The Marine Stewardship Council (MSC) has responded to the conclusions from Plos One paper

Conclusions presented in the Plos One paper “Small is beautiful, but large is certified” are wholly untrue, says the Marine Stewardship Council.

The MSC) claims a paper published in Plos One, and the associated communications by the French NGO, Bloom are deeply misleading.

The main accusation, that the MSC has used imagery to present a false picture of our work is wholly untrue. The research is based on 399 photographs, across 8 years, primarily from just one of MSC’s 18 Facebook accounts. We do not believe this analysis to be a relevant or credible indicator for evaluating a science-based certification programme.

Seafood which carries the blue MSC label comes from fisheries which have been independently scrutinised by experts as meeting internationally recognised standards of best practice in sustainable fishing, no matter where it came from.

The MSC works with and promotes sustainability for all types and sizes of fisheries. This is vital if we are to address the global challenge of overfishing. 

The percentage of small-scale fisheries achieving MSC certification is currently around 16%. However, this does not reflect the breadth of the MSC’s work to support these fisheries. Given their social, economic and environmental importance, we provide small-scale fisheries with funding, training and tools to help them improve their sustainability. It may take many years for most to achieve certification, but we’re focused on the long-term.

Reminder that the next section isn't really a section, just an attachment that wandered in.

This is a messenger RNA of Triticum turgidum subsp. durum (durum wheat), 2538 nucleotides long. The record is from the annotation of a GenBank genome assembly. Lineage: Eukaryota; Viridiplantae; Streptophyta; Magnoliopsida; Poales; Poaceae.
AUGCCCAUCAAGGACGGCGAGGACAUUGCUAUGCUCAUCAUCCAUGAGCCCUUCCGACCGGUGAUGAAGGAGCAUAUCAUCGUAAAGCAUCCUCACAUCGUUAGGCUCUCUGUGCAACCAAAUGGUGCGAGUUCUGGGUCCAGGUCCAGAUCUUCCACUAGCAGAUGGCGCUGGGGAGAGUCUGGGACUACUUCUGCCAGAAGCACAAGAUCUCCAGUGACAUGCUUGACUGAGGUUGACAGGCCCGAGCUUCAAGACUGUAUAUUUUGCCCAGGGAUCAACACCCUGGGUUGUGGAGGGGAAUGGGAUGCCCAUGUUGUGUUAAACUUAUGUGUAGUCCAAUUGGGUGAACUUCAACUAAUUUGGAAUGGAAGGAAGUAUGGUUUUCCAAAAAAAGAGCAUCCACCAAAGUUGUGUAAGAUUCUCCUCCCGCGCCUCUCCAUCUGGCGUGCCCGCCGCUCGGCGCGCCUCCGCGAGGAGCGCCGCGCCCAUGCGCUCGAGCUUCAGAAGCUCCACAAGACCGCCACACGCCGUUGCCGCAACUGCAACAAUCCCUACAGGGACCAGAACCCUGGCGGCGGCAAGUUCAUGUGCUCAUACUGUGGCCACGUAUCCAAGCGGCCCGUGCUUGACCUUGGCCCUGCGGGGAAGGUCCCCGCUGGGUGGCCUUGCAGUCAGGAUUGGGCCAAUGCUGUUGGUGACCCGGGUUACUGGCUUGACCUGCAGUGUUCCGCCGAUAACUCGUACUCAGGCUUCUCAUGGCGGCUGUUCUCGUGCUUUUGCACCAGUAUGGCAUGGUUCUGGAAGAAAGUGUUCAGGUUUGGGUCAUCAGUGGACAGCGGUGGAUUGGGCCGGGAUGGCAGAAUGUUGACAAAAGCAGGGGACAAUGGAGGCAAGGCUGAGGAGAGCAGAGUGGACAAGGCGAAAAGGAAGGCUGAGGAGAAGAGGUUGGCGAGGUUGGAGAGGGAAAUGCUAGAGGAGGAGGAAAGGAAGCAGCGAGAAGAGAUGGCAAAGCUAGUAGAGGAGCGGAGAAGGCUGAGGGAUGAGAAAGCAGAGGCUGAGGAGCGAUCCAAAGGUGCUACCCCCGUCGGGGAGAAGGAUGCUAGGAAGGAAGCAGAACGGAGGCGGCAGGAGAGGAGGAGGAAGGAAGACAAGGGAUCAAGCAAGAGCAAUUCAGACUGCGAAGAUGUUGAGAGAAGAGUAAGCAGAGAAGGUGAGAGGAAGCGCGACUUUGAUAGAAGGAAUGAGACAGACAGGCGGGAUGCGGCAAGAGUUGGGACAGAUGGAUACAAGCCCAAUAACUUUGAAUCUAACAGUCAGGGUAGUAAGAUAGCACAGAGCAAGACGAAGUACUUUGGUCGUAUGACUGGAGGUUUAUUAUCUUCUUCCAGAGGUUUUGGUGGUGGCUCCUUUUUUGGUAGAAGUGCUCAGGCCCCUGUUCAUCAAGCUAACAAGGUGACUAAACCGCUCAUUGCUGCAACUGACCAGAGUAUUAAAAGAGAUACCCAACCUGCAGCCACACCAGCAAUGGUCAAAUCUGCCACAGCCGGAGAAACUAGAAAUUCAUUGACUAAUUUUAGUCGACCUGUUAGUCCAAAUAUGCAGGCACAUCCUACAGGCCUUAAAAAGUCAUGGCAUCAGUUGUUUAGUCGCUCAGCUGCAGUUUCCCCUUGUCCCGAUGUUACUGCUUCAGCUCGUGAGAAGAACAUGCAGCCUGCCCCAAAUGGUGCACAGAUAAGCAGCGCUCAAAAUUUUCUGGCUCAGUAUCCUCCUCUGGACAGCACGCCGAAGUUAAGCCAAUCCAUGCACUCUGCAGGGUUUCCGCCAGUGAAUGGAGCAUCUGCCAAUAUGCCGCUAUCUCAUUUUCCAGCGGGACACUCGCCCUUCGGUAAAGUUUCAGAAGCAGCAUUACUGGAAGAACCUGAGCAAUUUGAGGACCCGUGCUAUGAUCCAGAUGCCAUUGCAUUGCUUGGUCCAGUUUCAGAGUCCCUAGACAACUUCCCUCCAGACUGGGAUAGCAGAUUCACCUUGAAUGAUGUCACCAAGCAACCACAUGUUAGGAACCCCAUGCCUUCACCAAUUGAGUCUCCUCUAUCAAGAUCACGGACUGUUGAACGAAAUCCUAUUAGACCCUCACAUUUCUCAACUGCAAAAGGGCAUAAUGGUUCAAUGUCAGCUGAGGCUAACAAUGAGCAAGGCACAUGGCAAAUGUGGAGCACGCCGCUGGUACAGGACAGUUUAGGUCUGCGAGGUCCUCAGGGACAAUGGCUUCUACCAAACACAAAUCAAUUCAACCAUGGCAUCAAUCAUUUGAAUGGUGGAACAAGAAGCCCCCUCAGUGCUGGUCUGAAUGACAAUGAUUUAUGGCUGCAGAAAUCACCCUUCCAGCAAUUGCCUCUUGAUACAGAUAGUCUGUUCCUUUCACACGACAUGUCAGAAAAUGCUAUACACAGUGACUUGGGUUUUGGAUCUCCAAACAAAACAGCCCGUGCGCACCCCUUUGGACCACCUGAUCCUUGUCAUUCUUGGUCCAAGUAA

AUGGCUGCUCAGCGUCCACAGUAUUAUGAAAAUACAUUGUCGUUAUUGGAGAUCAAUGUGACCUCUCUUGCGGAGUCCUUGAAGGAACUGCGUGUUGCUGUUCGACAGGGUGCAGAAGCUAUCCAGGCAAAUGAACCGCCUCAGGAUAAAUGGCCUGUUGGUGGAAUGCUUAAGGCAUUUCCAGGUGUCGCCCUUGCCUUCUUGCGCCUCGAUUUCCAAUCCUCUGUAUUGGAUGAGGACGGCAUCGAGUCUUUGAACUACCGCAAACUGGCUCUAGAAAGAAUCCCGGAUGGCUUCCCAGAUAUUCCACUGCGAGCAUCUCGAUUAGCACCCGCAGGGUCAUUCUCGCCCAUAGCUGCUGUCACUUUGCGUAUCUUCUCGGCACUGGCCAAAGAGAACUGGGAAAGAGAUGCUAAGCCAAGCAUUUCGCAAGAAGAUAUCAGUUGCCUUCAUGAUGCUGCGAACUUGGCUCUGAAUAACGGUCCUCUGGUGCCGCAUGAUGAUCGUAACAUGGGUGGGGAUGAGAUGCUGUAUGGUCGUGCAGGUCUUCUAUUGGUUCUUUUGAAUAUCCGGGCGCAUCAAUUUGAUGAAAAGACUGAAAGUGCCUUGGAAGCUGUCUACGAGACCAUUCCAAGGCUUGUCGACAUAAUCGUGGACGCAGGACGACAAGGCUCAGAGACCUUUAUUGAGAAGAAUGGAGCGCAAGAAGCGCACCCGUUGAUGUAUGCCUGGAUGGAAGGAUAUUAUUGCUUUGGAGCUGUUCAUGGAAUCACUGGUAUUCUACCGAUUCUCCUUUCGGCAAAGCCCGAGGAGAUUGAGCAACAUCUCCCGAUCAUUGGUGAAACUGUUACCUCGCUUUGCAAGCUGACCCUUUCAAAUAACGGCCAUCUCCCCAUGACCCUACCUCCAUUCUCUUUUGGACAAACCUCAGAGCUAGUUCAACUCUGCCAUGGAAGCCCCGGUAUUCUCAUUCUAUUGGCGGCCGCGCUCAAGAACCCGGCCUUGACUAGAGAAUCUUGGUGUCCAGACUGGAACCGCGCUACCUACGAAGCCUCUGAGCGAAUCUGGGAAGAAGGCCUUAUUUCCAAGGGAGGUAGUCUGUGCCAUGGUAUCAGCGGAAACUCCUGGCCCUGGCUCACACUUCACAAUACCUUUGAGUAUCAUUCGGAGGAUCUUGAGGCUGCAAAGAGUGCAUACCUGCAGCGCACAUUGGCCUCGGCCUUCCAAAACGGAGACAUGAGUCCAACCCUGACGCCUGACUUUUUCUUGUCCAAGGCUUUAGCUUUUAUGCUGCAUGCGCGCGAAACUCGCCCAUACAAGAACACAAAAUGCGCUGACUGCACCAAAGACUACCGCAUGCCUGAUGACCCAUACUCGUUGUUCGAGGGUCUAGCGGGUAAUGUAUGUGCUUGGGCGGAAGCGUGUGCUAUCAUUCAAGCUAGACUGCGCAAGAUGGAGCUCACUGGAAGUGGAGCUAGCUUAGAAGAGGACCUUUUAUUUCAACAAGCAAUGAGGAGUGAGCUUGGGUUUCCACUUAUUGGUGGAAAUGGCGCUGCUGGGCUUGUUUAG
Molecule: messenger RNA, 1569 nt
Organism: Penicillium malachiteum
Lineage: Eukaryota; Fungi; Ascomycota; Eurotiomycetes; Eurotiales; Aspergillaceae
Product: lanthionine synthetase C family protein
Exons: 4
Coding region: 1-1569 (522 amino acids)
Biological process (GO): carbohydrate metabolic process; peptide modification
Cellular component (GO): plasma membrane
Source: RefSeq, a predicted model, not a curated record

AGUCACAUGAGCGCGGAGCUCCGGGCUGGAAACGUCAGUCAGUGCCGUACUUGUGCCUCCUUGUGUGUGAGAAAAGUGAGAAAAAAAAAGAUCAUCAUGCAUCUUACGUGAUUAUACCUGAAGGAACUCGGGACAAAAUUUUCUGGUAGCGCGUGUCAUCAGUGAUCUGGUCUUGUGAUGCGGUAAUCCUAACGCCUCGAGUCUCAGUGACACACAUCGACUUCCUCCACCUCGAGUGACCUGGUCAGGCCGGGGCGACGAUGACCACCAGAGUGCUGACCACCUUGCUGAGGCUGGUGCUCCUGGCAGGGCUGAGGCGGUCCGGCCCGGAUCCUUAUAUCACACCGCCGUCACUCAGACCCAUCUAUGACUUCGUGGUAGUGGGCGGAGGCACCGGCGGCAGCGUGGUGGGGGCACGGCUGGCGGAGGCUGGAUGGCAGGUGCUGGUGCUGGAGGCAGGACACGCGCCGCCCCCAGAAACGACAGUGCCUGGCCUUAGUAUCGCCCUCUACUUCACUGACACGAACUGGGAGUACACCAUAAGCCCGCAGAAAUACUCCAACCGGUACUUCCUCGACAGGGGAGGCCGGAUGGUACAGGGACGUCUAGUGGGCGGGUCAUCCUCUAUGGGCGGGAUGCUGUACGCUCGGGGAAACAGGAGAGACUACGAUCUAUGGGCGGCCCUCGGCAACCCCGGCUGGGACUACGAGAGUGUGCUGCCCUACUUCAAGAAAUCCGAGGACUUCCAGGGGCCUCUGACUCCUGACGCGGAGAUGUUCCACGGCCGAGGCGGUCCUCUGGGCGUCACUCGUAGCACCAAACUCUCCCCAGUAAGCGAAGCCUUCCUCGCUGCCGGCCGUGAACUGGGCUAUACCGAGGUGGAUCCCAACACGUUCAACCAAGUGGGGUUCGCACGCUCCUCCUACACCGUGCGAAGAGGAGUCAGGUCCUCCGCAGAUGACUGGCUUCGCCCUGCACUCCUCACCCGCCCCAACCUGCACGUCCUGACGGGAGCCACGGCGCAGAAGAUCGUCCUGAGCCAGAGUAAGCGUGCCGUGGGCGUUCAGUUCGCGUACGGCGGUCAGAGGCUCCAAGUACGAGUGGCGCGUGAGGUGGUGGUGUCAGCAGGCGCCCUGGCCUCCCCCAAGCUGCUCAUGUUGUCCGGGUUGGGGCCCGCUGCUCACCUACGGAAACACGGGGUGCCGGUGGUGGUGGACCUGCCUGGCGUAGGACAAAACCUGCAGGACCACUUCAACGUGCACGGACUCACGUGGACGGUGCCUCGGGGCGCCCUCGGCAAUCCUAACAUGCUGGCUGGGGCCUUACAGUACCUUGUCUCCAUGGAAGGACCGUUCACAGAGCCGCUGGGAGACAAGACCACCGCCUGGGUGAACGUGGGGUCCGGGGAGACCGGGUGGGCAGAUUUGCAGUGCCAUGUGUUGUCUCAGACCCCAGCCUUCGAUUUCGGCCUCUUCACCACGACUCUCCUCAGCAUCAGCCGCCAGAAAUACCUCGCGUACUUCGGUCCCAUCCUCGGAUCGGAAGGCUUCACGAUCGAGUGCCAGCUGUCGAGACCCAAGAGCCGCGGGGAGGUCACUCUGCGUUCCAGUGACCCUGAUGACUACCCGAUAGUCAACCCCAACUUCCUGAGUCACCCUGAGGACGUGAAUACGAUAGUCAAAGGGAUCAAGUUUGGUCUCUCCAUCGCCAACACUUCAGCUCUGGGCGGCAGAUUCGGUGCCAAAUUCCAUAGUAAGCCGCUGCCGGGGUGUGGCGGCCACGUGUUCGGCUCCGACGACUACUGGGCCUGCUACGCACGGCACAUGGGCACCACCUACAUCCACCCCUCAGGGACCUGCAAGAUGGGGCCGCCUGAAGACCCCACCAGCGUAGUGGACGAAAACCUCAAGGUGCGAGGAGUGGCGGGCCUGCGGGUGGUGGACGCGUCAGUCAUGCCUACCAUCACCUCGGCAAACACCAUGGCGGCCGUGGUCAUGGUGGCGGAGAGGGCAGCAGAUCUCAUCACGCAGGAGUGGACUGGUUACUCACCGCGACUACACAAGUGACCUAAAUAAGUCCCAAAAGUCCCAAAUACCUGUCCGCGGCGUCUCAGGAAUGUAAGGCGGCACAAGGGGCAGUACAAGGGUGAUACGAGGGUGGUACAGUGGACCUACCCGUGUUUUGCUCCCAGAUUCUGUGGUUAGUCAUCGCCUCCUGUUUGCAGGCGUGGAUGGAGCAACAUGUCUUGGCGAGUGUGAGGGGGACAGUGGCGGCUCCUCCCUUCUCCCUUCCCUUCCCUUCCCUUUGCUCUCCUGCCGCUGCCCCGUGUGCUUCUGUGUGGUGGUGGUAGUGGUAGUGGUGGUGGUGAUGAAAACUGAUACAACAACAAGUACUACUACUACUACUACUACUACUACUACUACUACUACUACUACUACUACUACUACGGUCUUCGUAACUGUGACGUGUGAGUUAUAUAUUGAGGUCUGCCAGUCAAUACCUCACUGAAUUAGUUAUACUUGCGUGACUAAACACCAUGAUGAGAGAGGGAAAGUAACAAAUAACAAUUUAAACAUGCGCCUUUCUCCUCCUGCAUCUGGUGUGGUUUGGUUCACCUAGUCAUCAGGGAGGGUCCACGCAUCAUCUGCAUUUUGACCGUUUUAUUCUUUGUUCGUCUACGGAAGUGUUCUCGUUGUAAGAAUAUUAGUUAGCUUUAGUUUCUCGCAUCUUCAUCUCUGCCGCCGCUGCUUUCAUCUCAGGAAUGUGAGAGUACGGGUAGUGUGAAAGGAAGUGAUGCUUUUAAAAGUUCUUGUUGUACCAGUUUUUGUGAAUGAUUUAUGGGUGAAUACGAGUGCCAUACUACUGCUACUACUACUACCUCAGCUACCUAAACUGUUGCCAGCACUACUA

Bloom implies that “industrial fishing” is always destructive. This gives an over-simplistic image. The sustainability of a fishery is not determined by its size or fishing gear alone. All fishing gear can have negative impacts on marine biodiversity if poorly managed. The important thing is to make sure that whatever the gear and the size of the boat, it is managed and used in such a way as to respect fish stocks and all the surrounding marine species and habitats. These are two of the three pillars of our standard that fisheries must meet to be MSC certified.

The social and economic impacts of the coronavirus pandemic underline the importance of balancing the needs of businesses, fishermen and citizens within the limits of what our planet can sustain. The MSC has spent the past 20 years working together with the entire fishing industry, scientists, government and NGOs to strike this balance. Our ultimate objective is for all fishing to be sustainable. This is why we work with fisheries of all sizes: from the smallest to the largest.

The MSC complies with the highest levels of credibility, transparency and best practice in standards setting. This has been demonstrated through our compliance to the United Nations’ Food and Agriculture Organisation’s guidelines for certification and ecolabelling and ISEAL codes for standard setting, assurance and impacts. In 2019, the UK government enquiry into Sustainable Seas found the MSC is the “most rigorous certification in the seafood sector” and a study on behalf of the Dutch Ministry of Agriculture, Nature and Food Quality ranked MSC in the top 10 sustainable food labels in the Netherlands. These reviews take a far more comprehensive review of the MSC’s practices than the report presented by Bloom.

Source: Marine Stewardship Council

Conclusions presented by ‘Plos One’ are wholly untrue, says MSC

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